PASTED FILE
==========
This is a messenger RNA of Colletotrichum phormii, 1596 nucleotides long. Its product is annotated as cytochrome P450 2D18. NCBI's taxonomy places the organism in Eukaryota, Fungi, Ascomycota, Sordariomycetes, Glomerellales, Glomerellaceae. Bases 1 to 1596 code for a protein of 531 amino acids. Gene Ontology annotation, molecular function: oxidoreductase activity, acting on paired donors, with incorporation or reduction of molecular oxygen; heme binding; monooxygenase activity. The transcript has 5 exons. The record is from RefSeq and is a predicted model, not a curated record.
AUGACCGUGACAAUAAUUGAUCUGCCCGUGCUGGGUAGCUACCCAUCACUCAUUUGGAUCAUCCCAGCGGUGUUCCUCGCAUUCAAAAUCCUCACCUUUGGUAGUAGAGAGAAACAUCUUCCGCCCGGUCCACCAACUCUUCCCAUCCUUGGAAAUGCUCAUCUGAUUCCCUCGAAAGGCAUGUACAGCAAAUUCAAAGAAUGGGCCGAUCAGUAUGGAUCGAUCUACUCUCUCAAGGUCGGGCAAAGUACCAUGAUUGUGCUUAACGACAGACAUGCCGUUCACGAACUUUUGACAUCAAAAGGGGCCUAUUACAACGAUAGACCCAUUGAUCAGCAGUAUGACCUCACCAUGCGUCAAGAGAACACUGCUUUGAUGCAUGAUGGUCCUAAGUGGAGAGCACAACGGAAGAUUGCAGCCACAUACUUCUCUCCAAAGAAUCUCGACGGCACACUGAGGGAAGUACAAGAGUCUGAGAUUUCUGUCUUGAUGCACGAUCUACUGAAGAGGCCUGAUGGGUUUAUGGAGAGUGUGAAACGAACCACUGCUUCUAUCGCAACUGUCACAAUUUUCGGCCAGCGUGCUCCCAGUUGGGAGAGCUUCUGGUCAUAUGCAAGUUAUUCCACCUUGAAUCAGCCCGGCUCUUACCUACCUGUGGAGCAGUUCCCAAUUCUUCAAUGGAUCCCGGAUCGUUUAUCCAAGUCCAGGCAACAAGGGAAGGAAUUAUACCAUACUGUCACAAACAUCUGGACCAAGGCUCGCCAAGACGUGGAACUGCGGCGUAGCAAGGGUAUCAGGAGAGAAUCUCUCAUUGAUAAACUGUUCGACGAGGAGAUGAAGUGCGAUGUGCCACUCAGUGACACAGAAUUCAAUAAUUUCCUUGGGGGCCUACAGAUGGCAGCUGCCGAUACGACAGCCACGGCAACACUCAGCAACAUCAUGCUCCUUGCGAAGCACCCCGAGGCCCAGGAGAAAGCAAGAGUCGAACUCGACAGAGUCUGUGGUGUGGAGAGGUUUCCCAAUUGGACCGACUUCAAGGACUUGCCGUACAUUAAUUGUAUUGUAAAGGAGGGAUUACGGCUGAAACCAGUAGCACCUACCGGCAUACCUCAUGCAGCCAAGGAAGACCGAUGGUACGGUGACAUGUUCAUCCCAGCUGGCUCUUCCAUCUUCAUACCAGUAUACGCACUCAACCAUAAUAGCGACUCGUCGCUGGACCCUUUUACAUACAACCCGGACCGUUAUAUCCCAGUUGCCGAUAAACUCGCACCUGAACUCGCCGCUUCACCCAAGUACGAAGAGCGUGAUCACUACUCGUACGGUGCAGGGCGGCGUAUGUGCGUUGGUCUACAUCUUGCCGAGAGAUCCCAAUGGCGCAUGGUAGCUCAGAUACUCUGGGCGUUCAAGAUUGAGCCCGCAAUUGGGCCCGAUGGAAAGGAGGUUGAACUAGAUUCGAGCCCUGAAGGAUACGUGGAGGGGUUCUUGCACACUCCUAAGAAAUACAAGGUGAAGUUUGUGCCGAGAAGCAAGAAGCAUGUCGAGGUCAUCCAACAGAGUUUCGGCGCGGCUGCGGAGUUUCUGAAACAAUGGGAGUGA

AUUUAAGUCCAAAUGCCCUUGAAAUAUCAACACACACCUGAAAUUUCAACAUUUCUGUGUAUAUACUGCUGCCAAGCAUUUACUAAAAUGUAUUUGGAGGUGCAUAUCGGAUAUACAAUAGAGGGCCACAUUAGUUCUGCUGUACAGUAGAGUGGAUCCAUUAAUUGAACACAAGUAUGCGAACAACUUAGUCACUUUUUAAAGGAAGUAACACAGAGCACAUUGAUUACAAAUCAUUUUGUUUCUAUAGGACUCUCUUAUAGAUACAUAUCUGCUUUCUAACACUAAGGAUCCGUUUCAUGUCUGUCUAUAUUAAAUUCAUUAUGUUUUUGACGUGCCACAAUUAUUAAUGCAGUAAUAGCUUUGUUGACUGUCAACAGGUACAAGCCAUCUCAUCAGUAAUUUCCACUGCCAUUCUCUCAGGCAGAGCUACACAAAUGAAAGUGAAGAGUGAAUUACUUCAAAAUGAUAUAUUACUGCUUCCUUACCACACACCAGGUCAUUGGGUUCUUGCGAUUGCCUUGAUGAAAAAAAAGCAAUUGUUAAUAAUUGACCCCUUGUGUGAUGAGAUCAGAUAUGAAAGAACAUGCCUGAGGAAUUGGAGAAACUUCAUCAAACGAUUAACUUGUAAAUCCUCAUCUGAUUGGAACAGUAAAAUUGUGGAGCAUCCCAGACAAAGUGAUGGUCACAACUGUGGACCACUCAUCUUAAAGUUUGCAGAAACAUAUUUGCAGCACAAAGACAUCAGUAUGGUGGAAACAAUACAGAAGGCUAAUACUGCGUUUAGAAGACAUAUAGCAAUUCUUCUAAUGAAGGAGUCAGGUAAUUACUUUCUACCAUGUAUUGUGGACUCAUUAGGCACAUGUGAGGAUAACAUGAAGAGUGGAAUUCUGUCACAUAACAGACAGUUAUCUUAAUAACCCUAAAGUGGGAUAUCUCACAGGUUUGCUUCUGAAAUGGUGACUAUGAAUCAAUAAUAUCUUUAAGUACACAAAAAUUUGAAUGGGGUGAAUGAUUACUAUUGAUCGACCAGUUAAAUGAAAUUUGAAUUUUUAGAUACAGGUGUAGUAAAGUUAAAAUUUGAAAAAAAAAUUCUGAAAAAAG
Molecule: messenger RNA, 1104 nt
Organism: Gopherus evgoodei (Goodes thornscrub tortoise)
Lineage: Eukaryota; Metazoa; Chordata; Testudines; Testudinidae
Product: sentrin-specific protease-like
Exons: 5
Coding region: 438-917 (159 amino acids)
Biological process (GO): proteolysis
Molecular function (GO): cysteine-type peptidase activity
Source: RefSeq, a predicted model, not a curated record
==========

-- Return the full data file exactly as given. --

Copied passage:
This is a messenger RNA of Colletotrichum phormii, 1596 nucleotides long. Its product is annotated as cytochrome P450 2D18. NCBI's taxonomy places the organism in Eukaryota, Fungi, Ascomycota, Sordariomycetes, Glomerellales, Glomerellaceae. Bases 1 to 1596 code for a protein of 531 amino acids. Gene Ontology annotation, molecular function: oxidoreductase activity, acting on paired donors, with incorporation or reduction of molecular oxygen; heme binding; monooxygenase activity. The transcript has 5 exons. The record is from RefSeq and is a predicted model, not a curated record.
AUGACCGUGACAAUAAUUGAUCUGCCCGUGCUGGGUAGCUACCCAUCACUCAUUUGGAUCAUCCCAGCGGUGUUCCUCGCAUUCAAAAUCCUCACCUUUGGUAGUAGAGAGAAACAUCUUCCGCCCGGUCCACCAACUCUUCCCAUCCUUGGAAAUGCUCAUCUGAUUCCCUCGAAAGGCAUGUACAGCAAAUUCAAAGAAUGGGCCGAUCAGUAUGGAUCGAUCUACUCUCUCAAGGUCGGGCAAAGUACCAUGAUUGUGCUUAACGACAGACAUGCCGUUCACGAACUUUUGACAUCAAAAGGGGCCUAUUACAACGAUAGACCCAUUGAUCAGCAGUAUGACCUCACCAUGCGUCAAGAGAACACUGCUUUGAUGCAUGAUGGUCCUAAGUGGAGAGCACAACGGAAGAUUGCAGCCACAUACUUCUCUCCAAAGAAUCUCGACGGCACACUGAGGGAAGUACAAGAGUCUGAGAUUUCUGUCUUGAUGCACGAUCUACUGAAGAGGCCUGAUGGGUUUAUGGAGAGUGUGAAACGAACCACUGCUUCUAUCGCAACUGUCACAAUUUUCGGCCAGCGUGCUCCCAGUUGGGAGAGCUUCUGGUCAUAUGCAAGUUAUUCCACCUUGAAUCAGCCCGGCUCUUACCUACCUGUGGAGCAGUUCCCAAUUCUUCAAUGGAUCCCGGAUCGUUUAUCCAAGUCCAGGCAACAAGGGAAGGAAUUAUACCAUACUGUCACAAACAUCUGGACCAAGGCUCGCCAAGACGUGGAACUGCGGCGUAGCAAGGGUAUCAGGAGAGAAUCUCUCAUUGAUAAACUGUUCGACGAGGAGAUGAAGUGCGAUGUGCCACUCAGUGACACAGAAUUCAAUAAUUUCCUUGGGGGCCUACAGAUGGCAGCUGCCGAUACGACAGCCACGGCAACACUCAGCAACAUCAUGCUCCUUGCGAAGCACCCCGAGGCCCAGGAGAAAGCAAGAGUCGAACUCGACAGAGUCUGUGGUGUGGAGAGGUUUCCCAAUUGGACCGACUUCAAGGACUUGCCGUACAUUAAUUGUAUUGUAAAGGAGGGAUUACGGCUGAAACCAGUAGCACCUACCGGCAUACCUCAUGCAGCCAAGGAAGACCGAUGGUACGGUGACAUGUUCAUCCCAGCUGGCUCUUCCAUCUUCAUACCAGUAUACGCACUCAACCAUAAUAGCGACUCGUCGCUGGACCCUUUUACAUACAACCCGGACCGUUAUAUCCCAGUUGCCGAUAAACUCGCACCUGAACUCGCCGCUUCACCCAAGUACGAAGAGCGUGAUCACUACUCGUACGGUGCAGGGCGGCGUAUGUGCGUUGGUCUACAUCUUGCCGAGAGAUCCCAAUGGCGCAUGGUAGCUCAGAUACUCUGGGCGUUCAAGAUUGAGCCCGCAAUUGGGCCCGAUGGAAAGGAGGUUGAACUAGAUUCGAGCCCUGAAGGAUACGUGGAGGGGUUCUUGCACACUCCUAAGAAAUACAAGGUGAAGUUUGUGCCGAGAAGCAAGAAGCAUGUCGAGGUCAUCCAACAGAGUUUCGGCGCGGCUGCGGAGUUUCUGAAACAAUGGGAGUGA

AUUUAAGUCCAAAUGCCCUUGAAAUAUCAACACACACCUGAAAUUUCAACAUUUCUGUGUAUAUACUGCUGCCAAGCAUUUACUAAAAUGUAUUUGGAGGUGCAUAUCGGAUAUACAAUAGAGGGCCACAUUAGUUCUGCUGUACAGUAGAGUGGAUCCAUUAAUUGAACACAAGUAUGCGAACAACUUAGUCACUUUUUAAAGGAAGUAACACAGAGCACAUUGAUUACAAAUCAUUUUGUUUCUAUAGGACUCUCUUAUAGAUACAUAUCUGCUUUCUAACACUAAGGAUCCGUUUCAUGUCUGUCUAUAUUAAAUUCAUUAUGUUUUUGACGUGCCACAAUUAUUAAUGCAGUAAUAGCUUUGUUGACUGUCAACAGGUACAAGCCAUCUCAUCAGUAAUUUCCACUGCCAUUCUCUCAGGCAGAGCUACACAAAUGAAAGUGAAGAGUGAAUUACUUCAAAAUGAUAUAUUACUGCUUCCUUACCACACACCAGGUCAUUGGGUUCUUGCGAUUGCCUUGAUGAAAAAAAAGCAAUUGUUAAUAAUUGACCCCUUGUGUGAUGAGAUCAGAUAUGAAAGAACAUGCCUGAGGAAUUGGAGAAACUUCAUCAAACGAUUAACUUGUAAAUCCUCAUCUGAUUGGAACAGUAAAAUUGUGGAGCAUCCCAGACAAAGUGAUGGUCACAACUGUGGACCACUCAUCUUAAAGUUUGCAGAAACAUAUUUGCAGCACAAAGACAUCAGUAUGGUGGAAACAAUACAGAAGGCUAAUACUGCGUUUAGAAGACAUAUAGCAAUUCUUCUAAUGAAGGAGUCAGGUAAUUACUUUCUACCAUGUAUUGUGGACUCAUUAGGCACAUGUGAGGAUAACAUGAAGAGUGGAAUUCUGUCACAUAACAGACAGUUAUCUUAAUAACCCUAAAGUGGGAUAUCUCACAGGUUUGCUUCUGAAAUGGUGACUAUGAAUCAAUAAUAUCUUUAAGUACACAAAAAUUUGAAUGGGGUGAAUGAUUACUAUUGAUCGACCAGUUAAAUGAAAUUUGAAUUUUUAGAUACAGGUGUAGUAAAGUUAAAAUUUGAAAAAAAAAUUCUGAAAAAAG
Molecule: messenger RNA, 1104 nt
Organism: Gopherus evgoodei (Goodes thornscrub tortoise)
Lineage: Eukaryota; Metazoa; Chordata; Testudines; Testudinidae
Product: sentrin-specific protease-like
Exons: 5
Coding region: 438-917 (159 amino acids)
Biological process (GO): proteolysis
Molecular function (GO): cysteine-type peptidase activity
Source: RefSeq, a predicted model, not a curated record